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Mr. Bercow: Does my right hon. and learned Friend consider that, when the Government decided the adequacy of the motion, they may have been influenced by the expectation--or even intention--that no Labour Member would seek to speak during this three-hour debate? Only one of their Back Benchers--the hon. Member for Cleethorpes (Shona McIsaac)--has eventually had the courtesy even to attend.

Mr. Hogg: I suspect that my hon. Friend is right, to the extent that the Government Whips are trying to keep their Benches clear. He has, however, done a slight injustice to the hon. Member for Crewe and Nantwich (Mrs. Dunwoody), who expressed earlier her grave anxiety about procedure such as that with which the motion deals. The House will know that the hon. Lady is deservedly of high reputation and is jealous of the reputation of the House. Her views carry weight, and it was clear that she did not like the process that we are considering. I should point out that I now see another Labour Member in the Chamber, although I do not immediately recognise him.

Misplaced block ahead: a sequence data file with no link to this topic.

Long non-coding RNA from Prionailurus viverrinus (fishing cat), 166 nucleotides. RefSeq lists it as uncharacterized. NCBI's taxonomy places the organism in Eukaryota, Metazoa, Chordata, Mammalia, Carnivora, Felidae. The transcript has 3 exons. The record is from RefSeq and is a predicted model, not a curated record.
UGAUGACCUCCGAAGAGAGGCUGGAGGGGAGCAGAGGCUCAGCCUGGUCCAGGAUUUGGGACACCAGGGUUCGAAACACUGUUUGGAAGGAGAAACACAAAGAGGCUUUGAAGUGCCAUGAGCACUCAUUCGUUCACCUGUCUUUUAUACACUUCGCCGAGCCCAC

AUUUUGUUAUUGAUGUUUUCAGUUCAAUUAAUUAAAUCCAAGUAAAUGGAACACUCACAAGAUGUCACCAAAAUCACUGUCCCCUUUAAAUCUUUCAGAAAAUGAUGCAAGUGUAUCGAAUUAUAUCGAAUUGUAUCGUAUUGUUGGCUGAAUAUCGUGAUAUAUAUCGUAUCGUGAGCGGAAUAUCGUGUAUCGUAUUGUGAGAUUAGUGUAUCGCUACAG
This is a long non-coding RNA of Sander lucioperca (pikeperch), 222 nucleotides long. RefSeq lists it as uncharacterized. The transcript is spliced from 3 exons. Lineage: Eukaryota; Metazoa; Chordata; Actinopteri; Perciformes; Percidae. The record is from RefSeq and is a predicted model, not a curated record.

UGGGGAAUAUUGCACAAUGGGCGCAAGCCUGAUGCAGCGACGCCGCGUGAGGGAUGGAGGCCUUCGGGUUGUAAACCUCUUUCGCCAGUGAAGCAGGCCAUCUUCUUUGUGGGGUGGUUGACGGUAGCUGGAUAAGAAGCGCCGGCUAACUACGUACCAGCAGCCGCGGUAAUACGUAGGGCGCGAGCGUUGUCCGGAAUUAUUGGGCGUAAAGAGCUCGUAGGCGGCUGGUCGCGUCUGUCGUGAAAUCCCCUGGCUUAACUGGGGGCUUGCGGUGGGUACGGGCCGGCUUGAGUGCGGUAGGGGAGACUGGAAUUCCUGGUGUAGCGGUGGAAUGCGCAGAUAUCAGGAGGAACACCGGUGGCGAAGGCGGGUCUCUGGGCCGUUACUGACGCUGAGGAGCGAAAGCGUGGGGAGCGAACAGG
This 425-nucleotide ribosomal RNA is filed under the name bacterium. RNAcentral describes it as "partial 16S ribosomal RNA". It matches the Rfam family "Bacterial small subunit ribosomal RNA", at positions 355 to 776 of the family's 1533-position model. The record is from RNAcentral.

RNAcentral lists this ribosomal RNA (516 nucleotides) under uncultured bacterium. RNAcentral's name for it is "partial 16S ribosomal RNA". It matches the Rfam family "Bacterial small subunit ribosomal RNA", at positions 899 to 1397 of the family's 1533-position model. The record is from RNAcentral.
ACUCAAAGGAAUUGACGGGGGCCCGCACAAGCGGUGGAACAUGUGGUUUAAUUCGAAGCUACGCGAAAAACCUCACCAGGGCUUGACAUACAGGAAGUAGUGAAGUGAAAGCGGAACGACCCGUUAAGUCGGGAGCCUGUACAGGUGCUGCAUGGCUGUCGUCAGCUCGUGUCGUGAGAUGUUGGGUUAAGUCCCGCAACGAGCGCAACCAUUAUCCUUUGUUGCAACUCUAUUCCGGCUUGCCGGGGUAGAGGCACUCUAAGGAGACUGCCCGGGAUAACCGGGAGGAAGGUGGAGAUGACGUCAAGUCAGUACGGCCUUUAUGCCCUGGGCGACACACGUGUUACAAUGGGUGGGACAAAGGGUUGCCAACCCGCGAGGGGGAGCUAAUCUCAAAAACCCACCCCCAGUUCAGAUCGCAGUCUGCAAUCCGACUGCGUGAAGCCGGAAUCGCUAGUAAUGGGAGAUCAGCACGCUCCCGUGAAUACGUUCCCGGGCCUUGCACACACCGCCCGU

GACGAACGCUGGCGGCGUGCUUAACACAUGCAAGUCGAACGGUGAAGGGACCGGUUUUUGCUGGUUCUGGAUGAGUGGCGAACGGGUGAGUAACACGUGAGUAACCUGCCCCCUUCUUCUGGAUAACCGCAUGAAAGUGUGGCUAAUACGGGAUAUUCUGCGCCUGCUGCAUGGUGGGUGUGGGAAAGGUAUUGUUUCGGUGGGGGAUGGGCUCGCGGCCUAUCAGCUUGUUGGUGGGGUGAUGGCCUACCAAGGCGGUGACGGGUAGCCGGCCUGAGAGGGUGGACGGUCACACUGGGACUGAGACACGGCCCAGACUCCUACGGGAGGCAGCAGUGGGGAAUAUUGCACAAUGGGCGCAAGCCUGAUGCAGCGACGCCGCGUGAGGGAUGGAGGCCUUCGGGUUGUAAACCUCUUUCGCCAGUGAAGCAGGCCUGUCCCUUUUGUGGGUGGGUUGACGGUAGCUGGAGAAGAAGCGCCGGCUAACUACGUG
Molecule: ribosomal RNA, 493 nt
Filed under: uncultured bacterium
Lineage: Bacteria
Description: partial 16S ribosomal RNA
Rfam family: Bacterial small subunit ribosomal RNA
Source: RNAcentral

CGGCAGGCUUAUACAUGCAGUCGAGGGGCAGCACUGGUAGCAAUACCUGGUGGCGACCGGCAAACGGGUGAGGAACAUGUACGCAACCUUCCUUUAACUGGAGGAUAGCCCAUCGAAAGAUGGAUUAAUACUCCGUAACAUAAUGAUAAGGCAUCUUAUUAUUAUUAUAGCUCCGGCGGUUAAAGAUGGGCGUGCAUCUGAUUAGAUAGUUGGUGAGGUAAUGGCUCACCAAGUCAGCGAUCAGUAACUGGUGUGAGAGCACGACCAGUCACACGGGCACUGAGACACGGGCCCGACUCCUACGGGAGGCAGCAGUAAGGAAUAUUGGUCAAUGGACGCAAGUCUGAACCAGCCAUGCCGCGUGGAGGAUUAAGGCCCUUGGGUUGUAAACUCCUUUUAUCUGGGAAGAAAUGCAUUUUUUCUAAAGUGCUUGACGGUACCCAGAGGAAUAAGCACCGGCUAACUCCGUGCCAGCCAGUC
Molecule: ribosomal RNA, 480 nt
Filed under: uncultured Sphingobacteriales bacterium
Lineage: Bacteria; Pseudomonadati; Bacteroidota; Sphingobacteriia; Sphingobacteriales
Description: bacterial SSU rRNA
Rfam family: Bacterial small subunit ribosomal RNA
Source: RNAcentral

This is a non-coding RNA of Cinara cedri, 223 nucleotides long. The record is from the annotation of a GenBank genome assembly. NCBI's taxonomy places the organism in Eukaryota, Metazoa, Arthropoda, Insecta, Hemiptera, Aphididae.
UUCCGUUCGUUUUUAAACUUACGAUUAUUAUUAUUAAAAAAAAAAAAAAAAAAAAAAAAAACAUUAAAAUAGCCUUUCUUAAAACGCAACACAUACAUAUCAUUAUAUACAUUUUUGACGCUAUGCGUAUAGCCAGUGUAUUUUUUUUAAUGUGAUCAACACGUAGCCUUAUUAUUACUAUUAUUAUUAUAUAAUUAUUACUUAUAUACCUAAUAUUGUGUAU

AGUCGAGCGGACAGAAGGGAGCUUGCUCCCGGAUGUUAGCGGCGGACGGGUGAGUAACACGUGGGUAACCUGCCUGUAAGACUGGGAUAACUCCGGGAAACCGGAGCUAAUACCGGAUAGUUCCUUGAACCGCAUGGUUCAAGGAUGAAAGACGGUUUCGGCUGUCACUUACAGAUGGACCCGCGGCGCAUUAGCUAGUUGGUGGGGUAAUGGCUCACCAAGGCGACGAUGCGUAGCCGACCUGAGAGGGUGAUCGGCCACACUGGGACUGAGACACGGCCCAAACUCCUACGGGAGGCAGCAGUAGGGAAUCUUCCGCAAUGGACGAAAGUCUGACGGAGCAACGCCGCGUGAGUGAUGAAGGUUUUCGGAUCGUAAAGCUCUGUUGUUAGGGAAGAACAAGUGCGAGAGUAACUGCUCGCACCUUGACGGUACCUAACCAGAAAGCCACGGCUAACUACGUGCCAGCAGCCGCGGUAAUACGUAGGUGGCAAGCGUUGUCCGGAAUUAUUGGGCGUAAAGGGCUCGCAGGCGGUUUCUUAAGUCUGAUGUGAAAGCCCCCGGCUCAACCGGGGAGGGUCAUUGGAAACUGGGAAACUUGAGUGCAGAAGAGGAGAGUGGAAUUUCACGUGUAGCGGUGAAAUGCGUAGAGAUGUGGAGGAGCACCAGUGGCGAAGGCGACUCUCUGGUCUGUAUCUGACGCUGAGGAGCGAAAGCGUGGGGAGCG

Having made it clear that we are engaged in a thoroughly undesirable exercise, I should like to speak in more detail. I observed that 10 groups of amendments appeared in the preliminary selection. As I have taken advice, I know that more amendments are being added to those groups, probably even as I speak. More amendments will appear on Second Reading, and perhaps in Committee. There is an ever-expanding number of

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amendments, many of which are substantive. My right hon. Friend the Member for Maidstone and The Weald (Miss Widdecombe) tabled important amendments relating to the process for selecting a date. I tabled an amendment suggesting that the local authority elections should be delayed until the end of this year. Amendments dealing with a range of procedural matters have been tabled by the Liberal Democrats and by Unionist Members. I also thought that the hon. and learned Member for North Down made points of particular importance.

The plain truth is, however, that we shall consider none of those amendments. By 9 o'clock, we will barely have finished even a partial Second Reading, let alone a detailed discussion. Important amendments that Mr. Speaker has selected for consideration in relation to a Bill of constitutional importance will remain untouched. We cannot take representations or consult outside interests on the technicalities. Furthermore, my constituents cannot express a view through me to the House. I am bound to say that that is not only remarkable, but scandalous. If the legislation were absolutely essential, then all right, we could accept the need for urgency, but it is not absolutely essential.